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Versican interacts with fibrillin-1 and links extracellular microfibrils to other connective tissue networks

Isogai, Z; Aspberg, Anders LU ; Keene, DR; Ono, RN; Reinhardt, DP and Sakai, LY (2002) In Journal of Biological Chemistry 277(6). p.4565-4572
Abstract
Fibrillin-containing microfibrils are polymeric structures that are difficult to extract from connective tissues. Proteolytic digestion of tissues has been utilized to release microfibrils for study. Few of the molecules that connect microfibrils to other elements in the matrix have been identified. In this study, electron microscopic immunolocalization of anti-versican antibodies in tissues and in extracted microfibrils demonstrated that the C-terminal region of versican is found associated with fibrillin microfibrils. Extraction of microfibrils followed by treatment of microfibrils under dissociating conditions suggested that the versican C terminus is covalently bound to microfibrils. Binding assays using recombinant fibrillin-1... (More)
Fibrillin-containing microfibrils are polymeric structures that are difficult to extract from connective tissues. Proteolytic digestion of tissues has been utilized to release microfibrils for study. Few of the molecules that connect microfibrils to other elements in the matrix have been identified. In this study, electron microscopic immunolocalization of anti-versican antibodies in tissues and in extracted microfibrils demonstrated that the C-terminal region of versican is found associated with fibrillin microfibrils. Extraction of microfibrils followed by treatment of microfibrils under dissociating conditions suggested that the versican C terminus is covalently bound to microfibrils. Binding assays using recombinant fibrillin-1 polypeptides and recombinant lectican lectin domains indicated that the versican lectin domain binds to specific fibrillin-1 polypeptides. The versican lectin domain also bound to molecules comigrating with authentic fibrillin-1 monomers in anassay using cell culture medium. In assays using microfibrils, the versican lectin domain demonstrated preferential binding compared with other lecticans. Binding was calcium-dependent. The binding site for versican in microfibrils is most likely within a region of fibrillin-1 between calcium-binding epidermal growth factor-like domains 11 and 21. Human mutations irk this region can result in severe forms of the Marfan syndrome ("neonatal" Marfan syndrome). The connection between versican and fibrillin microfibrils may be functionally significant, particularly in cardiovascular tissues. (Less)
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author
organization
publishing date
type
Contribution to journal
publication status
published
subject
in
Journal of Biological Chemistry
volume
277
issue
6
pages
4565 - 4572
publisher
ASBMB
external identifiers
  • wos:000173813900101
  • pmid:11726670
  • scopus:0037040276
ISSN
1083-351X
DOI
10.1074/jbc.M110583200
language
English
LU publication?
yes
id
e42a10ba-0aea-40cd-b4e1-b99f83e9b36c (old id 343452)
date added to LUP
2007-10-23 11:07:52
date last changed
2017-10-22 03:47:52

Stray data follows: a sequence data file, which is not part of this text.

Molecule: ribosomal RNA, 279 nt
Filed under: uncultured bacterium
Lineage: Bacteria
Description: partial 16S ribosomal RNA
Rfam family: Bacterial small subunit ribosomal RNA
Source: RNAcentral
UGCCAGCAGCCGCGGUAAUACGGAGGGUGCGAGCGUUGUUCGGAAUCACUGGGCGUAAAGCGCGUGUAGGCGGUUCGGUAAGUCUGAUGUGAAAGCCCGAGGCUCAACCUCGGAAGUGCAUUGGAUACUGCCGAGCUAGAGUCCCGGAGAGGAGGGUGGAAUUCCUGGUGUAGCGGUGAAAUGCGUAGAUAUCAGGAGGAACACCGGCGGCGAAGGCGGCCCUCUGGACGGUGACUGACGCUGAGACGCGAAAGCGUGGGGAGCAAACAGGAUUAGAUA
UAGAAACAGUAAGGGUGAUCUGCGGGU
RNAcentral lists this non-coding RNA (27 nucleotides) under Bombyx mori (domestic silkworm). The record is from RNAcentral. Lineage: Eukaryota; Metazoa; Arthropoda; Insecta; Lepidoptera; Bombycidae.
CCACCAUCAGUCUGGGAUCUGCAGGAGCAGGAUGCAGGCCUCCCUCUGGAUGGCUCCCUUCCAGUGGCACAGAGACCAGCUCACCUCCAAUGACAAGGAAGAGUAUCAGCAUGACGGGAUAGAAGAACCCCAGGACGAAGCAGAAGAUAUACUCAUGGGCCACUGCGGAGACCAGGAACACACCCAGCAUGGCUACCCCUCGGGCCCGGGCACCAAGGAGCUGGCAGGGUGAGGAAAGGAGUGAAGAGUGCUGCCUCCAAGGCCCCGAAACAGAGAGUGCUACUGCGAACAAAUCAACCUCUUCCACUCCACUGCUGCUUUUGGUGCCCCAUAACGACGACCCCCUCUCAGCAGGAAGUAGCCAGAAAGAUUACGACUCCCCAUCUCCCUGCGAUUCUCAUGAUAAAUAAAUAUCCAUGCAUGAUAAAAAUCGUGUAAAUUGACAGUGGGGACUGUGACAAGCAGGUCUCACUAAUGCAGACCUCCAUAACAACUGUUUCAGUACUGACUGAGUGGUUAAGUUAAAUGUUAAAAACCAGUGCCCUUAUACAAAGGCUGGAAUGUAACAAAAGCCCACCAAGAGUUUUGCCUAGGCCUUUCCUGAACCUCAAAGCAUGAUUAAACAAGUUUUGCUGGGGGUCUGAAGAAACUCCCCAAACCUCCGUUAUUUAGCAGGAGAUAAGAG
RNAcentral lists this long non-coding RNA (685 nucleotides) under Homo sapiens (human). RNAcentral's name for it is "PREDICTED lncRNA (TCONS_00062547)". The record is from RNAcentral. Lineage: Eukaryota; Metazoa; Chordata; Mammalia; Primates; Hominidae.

@article{e42a10ba-0aea-40cd-b4e1-b99f83e9b36c,
  abstract     = {Fibrillin-containing microfibrils are polymeric structures that are difficult to extract from connective tissues. Proteolytic digestion of tissues has been utilized to release microfibrils for study. Few of the molecules that connect microfibrils to other elements in the matrix have been identified. In this study, electron microscopic immunolocalization of anti-versican antibodies in tissues and in extracted microfibrils demonstrated that the C-terminal region of versican is found associated with fibrillin microfibrils. Extraction of microfibrils followed by treatment of microfibrils under dissociating conditions suggested that the versican C terminus is covalently bound to microfibrils. Binding assays using recombinant fibrillin-1 polypeptides and recombinant lectican lectin domains indicated that the versican lectin domain binds to specific fibrillin-1 polypeptides. The versican lectin domain also bound to molecules comigrating with authentic fibrillin-1 monomers in anassay using cell culture medium. In assays using microfibrils, the versican lectin domain demonstrated preferential binding compared with other lecticans. Binding was calcium-dependent. The binding site for versican in microfibrils is most likely within a region of fibrillin-1 between calcium-binding epidermal growth factor-like domains 11 and 21. Human mutations irk this region can result in severe forms of the Marfan syndrome ("neonatal" Marfan syndrome). The connection between versican and fibrillin microfibrils may be functionally significant, particularly in cardiovascular tissues.},
  author       = {Isogai, Z and Aspberg, Anders and Keene, DR and Ono, RN and Reinhardt, DP and Sakai, LY},
  issn         = {1083-351X},
  language     = {eng},
  number       = {6},
  pages        = {4565--4572},
  publisher    = {ASBMB},
  series       = {Journal of Biological Chemistry},
  title        = {Versican interacts with fibrillin-1 and links extracellular microfibrils to other connective tissue networks},
  url          = {http://dx.doi.org/10.1074/jbc.M110583200},
  volume       = {277},
  year         = {2002},
}